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vHive head Alasdair Cook casts eye over digital tech in animal health

Next week, start-ups, investors and longstanding firms in the animal health sector will gather at the Digital Veterinary Summit in London. Animal Pharm analyst Sian Lazell spoke to Dr Alasdair Cook – head of the vHive innovation hub at the University of Surrey – to gain an overview of the digital technology space within the industry.

Sian Lazell: There are so many emerging technologies in animal health but what do you think is the most exciting type of technology being developed at the moment?

Alasdair Cook: The animal health arena is buzzing with new technologies – varying from innovative diagnostic testing and imaging, through to behavior and movement monitors and sensors for individual animals. These technologies provide new insights into the health of individual animals and contribute to the development of precision medicine, provided the output of these innovations has been validated and the data they create is actually used.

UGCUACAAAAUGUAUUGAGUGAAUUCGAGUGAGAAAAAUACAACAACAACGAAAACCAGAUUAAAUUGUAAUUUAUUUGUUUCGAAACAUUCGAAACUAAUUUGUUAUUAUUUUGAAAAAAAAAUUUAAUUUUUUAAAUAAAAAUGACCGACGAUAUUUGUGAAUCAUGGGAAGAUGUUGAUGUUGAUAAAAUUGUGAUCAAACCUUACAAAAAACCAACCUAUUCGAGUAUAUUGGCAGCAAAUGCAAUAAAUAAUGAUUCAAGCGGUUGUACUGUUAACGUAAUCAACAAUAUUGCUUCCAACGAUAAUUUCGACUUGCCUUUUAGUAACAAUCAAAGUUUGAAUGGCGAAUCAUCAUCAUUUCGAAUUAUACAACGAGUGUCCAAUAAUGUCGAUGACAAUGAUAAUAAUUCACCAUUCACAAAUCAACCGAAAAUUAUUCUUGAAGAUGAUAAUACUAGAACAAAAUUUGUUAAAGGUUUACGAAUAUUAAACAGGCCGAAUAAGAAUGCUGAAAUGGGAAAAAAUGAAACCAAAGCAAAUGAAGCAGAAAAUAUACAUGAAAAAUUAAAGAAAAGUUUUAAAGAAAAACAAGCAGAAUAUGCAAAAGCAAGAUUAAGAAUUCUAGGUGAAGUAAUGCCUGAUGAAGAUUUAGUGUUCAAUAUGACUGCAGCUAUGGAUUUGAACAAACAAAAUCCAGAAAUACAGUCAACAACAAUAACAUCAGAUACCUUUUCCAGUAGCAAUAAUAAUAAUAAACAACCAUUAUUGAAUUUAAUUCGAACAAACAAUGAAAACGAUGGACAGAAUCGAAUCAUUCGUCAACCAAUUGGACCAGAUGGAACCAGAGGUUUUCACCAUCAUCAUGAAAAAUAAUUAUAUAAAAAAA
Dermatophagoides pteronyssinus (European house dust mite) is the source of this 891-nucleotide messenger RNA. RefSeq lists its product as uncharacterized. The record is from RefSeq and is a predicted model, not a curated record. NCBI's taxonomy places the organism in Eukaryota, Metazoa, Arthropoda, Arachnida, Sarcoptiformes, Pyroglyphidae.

Among the tech becoming available for dogs, collar-mounted wearables that monitor movement, and hence enable different behaviors to be identified, offer great promise. Output may be used to monitor response to intervention – to analgesics for chronic osteoarthritis, for example – and to detect early signs of diseases as varied as otitis externa and diabetes mellitus. The promise that these will be cheap, robust, easy to use and deliver some valued insights on health to owners should see growing adoption.

SL: Do you think adoption of technology is slower or faster in either the pet or livestock sector? How do the two sectors compare and what do consumer attitudes look like in each?

AC: Livestock owners typically take pride in the health of the animals for which they are responsible and the productivity of these cattle, sheep, pigs, poultry etc. is directly associated with the profitability of the enterprise. Consequently, there is a financial driver to adopt technologies that monitor production and indicators of health – for example, rumination.

Therefore, adoption of proven technologies in livestock is more rapid and is a feature of precision farming. Furthermore, veterinarians engaged with livestock enterprises increasingly use data to inform their advice concerning herd health.

By contrast, most companion animals are considered to be healthy by their owners most of the time. Interventions that assist in diagnosis and treatment, whether laboratory tests or enhanced aids, are limited to the domain of the clinical veterinarian and there are fewer incentives to adopt and sustain use of technologies such as movement or behavior monitors.

However, there appears to be a latent and unsatisfied appetite among pet owners to learn more about their pets, especially when, for example, they are left alone. Another service is geo-location for lost, or even stolen, pets.